Right in front of us, in the middle of the river, was la Grosse Ile. It was a mysterious island, and we were forbidden even to approach. We heard terrible stories about it. There were supposed to have been chemical experiments there. A great metal ship, painted white, was sent there under charter, with sailors who never spoke with us, and hardly ever even looked at us. The island belonged to the federal government—to them. Our parents told us that thousands of Irish immigrants who had become ill were quarantined there when they arrived in the New World. Very few of the Irish from la Grosse Ile ever lived long after they were sent to the hospitals on the island, and I could never appreciate as a child that the bones of thousands of Irish were buried there.

Yet here in the county of Lotbiniere, where I live, the descendants of these Irish are everywhere. You can see the bright Irish locks of hair in the friends of our children. You can hear it in their family names—Ward, Moore, and so on —but they speak French like us, with the same accent as our own. These Irish founded some villages, after ours were founded, in places a little further from the banks of the river. On the road after Ste-Agathe is the village of Inverness—well, maybe these Irish, like the Irish branch of my husband’s family, originated in Scotland. Like us, they are Catholic, they pray under the portrait of the Pope, with the same devotion as we have. They live with us in peace, they have become French like us.

But in the beginning, these Irish were “anglais.” In my youth, the word “anglais” bathed in the confusion of similarities. I never imagined that among Anglo-Saxon peoples there were differences as numerous as the stars in the sky. Only the Americans were different from the rest of the “anglais,” in our view of the world. Sometimes we say here with nostalgia (my husband says we are naive) that we should have been conquered by the United States rather than the English. After all, the Americans invited us to join them in the 11th Article of their old Confederation, and they have no prejudices against us, even though they think it is a little odd that we should want to secede from Canada. I know this much well, because my husband is an American, and I have lived in his country, where four of our children were born.

We called our first child Gabriel, and our second (as one of her given names) Evangeline, because my husband likes the poem by Longfellow which tells of the removal of the Acadians by George III. Gabriel died in Quebec during a short stay of three years we had here. I am not at all sentimental by temperament, yet I cannot avoid the tears when my husband reads to our children in English the last verses of Longfellow’s poem, the part where the lovers are finally, after years and years, united.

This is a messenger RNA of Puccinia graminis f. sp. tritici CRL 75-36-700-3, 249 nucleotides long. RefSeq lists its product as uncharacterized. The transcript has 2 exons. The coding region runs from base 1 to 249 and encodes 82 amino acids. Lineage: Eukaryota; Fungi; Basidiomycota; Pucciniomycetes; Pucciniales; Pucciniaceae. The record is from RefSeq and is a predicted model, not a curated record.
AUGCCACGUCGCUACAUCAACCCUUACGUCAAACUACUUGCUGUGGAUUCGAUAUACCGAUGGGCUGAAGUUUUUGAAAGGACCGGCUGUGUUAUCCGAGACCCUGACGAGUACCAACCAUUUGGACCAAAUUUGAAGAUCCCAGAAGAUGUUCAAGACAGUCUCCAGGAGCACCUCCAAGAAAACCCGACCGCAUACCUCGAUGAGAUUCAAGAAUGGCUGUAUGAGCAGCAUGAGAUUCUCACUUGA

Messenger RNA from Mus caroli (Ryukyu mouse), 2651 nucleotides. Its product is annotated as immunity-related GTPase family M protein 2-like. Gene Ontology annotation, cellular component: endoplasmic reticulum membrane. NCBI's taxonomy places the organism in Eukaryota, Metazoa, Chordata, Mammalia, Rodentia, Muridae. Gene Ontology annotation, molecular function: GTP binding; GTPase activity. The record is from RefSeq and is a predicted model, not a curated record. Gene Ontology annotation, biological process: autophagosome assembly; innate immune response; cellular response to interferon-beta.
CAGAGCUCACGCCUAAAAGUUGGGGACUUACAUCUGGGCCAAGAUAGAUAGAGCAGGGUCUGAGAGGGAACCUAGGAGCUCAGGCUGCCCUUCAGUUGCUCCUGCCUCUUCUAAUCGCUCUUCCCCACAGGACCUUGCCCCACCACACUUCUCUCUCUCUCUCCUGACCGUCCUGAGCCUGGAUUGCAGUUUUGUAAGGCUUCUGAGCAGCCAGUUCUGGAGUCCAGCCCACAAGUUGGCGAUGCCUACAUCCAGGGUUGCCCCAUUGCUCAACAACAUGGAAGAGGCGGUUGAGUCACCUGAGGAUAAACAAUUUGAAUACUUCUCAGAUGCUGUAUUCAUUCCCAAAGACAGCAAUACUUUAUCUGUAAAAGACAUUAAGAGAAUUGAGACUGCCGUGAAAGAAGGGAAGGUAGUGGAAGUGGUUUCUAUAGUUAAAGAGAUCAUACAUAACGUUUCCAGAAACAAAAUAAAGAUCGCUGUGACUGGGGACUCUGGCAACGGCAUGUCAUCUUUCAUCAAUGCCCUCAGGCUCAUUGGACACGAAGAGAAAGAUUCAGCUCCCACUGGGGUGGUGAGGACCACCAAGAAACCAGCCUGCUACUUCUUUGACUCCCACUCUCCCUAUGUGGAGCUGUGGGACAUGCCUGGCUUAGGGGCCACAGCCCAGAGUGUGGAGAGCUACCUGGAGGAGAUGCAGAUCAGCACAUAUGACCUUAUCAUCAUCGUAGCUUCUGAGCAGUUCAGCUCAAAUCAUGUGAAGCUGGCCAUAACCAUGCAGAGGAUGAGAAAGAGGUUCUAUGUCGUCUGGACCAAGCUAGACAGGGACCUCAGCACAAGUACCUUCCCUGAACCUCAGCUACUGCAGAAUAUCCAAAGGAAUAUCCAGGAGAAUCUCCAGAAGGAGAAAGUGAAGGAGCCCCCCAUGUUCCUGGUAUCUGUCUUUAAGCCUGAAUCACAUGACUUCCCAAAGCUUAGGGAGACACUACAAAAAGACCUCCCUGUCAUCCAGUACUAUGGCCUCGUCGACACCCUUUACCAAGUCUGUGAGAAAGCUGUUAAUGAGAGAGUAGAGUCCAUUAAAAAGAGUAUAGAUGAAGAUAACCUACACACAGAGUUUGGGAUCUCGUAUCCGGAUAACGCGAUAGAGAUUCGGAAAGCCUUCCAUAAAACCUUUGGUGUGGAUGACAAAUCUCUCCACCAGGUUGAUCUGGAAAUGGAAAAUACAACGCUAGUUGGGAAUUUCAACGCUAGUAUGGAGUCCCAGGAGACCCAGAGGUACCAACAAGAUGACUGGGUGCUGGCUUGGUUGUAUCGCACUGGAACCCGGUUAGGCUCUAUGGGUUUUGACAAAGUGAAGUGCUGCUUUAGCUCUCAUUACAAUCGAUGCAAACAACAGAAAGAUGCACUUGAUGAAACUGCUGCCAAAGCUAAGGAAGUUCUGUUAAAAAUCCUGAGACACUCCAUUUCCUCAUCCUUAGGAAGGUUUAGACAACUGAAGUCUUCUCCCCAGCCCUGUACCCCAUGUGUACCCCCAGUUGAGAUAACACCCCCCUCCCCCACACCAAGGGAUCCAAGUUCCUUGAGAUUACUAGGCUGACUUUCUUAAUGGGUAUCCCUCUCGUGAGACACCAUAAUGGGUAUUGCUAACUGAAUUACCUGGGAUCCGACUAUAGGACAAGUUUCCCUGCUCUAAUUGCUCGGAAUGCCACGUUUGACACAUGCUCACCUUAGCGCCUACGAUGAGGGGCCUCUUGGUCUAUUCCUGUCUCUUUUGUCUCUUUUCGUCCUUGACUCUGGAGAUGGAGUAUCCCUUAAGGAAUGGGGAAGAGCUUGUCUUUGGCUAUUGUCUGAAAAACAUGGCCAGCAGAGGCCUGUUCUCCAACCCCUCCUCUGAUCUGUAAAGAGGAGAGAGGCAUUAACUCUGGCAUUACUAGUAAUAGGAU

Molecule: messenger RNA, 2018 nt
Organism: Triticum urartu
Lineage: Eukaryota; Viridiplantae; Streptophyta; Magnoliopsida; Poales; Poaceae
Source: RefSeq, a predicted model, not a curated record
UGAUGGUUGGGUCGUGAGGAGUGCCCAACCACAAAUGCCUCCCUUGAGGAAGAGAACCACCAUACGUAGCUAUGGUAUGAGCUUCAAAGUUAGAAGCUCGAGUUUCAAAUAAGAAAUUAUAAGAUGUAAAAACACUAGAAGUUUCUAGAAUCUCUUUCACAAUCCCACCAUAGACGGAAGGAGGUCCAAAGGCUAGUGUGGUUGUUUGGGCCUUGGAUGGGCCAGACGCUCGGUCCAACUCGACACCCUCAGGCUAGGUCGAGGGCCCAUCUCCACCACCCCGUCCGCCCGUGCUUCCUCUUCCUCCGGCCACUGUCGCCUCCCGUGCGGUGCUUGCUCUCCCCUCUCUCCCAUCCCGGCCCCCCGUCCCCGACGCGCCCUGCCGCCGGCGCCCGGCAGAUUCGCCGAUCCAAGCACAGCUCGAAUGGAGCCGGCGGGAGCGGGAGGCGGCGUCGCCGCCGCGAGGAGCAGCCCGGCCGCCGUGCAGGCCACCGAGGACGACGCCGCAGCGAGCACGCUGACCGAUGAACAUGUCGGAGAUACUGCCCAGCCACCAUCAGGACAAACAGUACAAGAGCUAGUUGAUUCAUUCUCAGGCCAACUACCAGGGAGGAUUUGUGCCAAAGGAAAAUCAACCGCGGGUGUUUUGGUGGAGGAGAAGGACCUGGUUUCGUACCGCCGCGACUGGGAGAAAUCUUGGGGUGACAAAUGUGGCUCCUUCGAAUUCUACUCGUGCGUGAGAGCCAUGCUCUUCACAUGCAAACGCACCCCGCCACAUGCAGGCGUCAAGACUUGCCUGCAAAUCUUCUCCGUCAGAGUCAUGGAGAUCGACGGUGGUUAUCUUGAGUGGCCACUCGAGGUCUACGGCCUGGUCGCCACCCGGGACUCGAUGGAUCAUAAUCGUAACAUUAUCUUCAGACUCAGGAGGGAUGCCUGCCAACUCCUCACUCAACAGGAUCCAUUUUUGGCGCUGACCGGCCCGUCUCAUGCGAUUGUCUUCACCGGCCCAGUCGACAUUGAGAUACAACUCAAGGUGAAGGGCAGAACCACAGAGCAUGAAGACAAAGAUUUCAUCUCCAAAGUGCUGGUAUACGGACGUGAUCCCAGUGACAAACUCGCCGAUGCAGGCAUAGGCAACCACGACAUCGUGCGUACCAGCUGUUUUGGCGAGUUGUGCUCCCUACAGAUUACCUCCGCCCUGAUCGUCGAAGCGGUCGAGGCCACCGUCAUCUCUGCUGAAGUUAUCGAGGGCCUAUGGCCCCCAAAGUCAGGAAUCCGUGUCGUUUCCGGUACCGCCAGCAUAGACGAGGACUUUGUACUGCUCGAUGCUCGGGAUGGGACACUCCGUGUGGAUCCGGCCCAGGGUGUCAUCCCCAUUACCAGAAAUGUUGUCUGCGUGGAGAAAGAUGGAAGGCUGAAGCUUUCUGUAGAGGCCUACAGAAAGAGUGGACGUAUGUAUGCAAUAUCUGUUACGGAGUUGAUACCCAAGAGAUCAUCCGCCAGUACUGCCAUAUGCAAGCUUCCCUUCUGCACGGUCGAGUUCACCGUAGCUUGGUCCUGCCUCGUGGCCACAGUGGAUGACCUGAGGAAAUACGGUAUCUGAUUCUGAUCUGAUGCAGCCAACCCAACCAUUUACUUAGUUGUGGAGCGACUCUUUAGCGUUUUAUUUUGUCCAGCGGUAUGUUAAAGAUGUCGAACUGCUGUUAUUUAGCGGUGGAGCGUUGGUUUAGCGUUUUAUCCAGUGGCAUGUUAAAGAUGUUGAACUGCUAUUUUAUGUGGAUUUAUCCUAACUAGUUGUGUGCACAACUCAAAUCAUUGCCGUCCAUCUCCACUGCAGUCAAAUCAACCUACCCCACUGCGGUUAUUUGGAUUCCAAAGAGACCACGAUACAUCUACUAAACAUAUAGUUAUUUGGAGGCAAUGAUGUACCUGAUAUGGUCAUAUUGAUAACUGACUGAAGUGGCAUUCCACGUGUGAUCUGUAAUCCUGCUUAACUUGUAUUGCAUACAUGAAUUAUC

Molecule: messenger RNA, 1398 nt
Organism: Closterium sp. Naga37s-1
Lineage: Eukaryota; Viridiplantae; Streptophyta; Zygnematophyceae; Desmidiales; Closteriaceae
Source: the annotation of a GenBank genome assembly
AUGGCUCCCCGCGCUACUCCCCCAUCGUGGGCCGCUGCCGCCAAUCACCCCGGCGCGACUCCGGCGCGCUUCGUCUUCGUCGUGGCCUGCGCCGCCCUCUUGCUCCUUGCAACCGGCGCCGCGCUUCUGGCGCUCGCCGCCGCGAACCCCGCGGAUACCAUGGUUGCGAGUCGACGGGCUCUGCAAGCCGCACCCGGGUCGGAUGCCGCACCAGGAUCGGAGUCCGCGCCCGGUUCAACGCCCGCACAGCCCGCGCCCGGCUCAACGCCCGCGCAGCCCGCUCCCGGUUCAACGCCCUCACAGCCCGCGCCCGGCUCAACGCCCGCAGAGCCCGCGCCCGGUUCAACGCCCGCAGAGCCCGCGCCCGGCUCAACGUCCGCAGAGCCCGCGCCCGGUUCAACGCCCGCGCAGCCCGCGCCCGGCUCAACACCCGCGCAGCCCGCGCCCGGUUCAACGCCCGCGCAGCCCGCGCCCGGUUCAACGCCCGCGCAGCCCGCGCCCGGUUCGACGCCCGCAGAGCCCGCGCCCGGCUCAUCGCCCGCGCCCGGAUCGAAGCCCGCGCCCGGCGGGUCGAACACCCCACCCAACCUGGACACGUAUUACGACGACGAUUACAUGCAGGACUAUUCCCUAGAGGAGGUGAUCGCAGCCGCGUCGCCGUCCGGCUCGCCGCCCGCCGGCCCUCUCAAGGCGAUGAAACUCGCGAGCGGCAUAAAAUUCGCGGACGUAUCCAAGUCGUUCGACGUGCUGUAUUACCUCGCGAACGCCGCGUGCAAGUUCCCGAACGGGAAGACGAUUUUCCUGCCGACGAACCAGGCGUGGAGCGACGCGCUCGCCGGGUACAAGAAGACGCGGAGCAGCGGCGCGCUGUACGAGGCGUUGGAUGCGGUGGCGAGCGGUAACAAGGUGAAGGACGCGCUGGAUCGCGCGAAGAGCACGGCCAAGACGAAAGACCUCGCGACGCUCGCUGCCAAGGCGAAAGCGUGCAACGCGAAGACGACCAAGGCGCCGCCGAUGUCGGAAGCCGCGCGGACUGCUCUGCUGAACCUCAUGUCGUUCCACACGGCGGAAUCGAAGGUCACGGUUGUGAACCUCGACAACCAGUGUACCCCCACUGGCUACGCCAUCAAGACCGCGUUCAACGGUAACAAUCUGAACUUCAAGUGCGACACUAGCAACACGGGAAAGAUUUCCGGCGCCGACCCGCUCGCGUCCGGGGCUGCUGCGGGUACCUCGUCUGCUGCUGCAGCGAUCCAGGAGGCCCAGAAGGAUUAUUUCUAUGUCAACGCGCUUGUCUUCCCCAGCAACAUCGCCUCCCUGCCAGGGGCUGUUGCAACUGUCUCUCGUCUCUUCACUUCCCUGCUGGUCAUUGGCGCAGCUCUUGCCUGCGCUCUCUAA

The blindness of the English in Canada, who complain of the cost of governing the country in French and English without ever noticing the international prestige it attracts, is a root cause of our bitterness against them. Once more, in 1982, the English in Canada imposed upon us a constitution which we never wanted. In vain did Rene Levesque protest to the premiers of the nine English-speaking provinces. Levesque knew English, of course, because during World War II he had enlisted in the U.S. Army to avoid surrendering his right, as a Canadian, to speak French. He preferred to enrich his life elsewhere with a foreign language than to allow a foreign language to be imposed on his own country.

Living in French among us is like bringing the old soil of France here to this hostile climate. Quebec is a fragile country. The Catholic Church knows it, and has always known it. The most recent effort of the federal government to make us knuckle under is a reference to the supreme court debate on whether the constitution of Canada gives Quebec the right to secede. The government of Quebec has refused even to appear before the court, and we are consequently defended by a friend of the court named by the court. But Jean-Claude Turcotte, Cardinal-Archbishop of Montreal, has spoken the truth of the matter about which we are more determined than ever. No matter what the judges say, the people of Quebec will decide the future of Quebec, not the supreme court of Canada.

Looking out from the windows of our little house, I see a countryside frozen for eternity in great white waves of snow. For our children, winter is not an obstacle to playing outside, only an opportunity to enlarge their field of play. When they arrived in the St. Lawrence Valley, they had to learn French again. They live now as if they were born here, in peace and outside any shadow of worry about their future.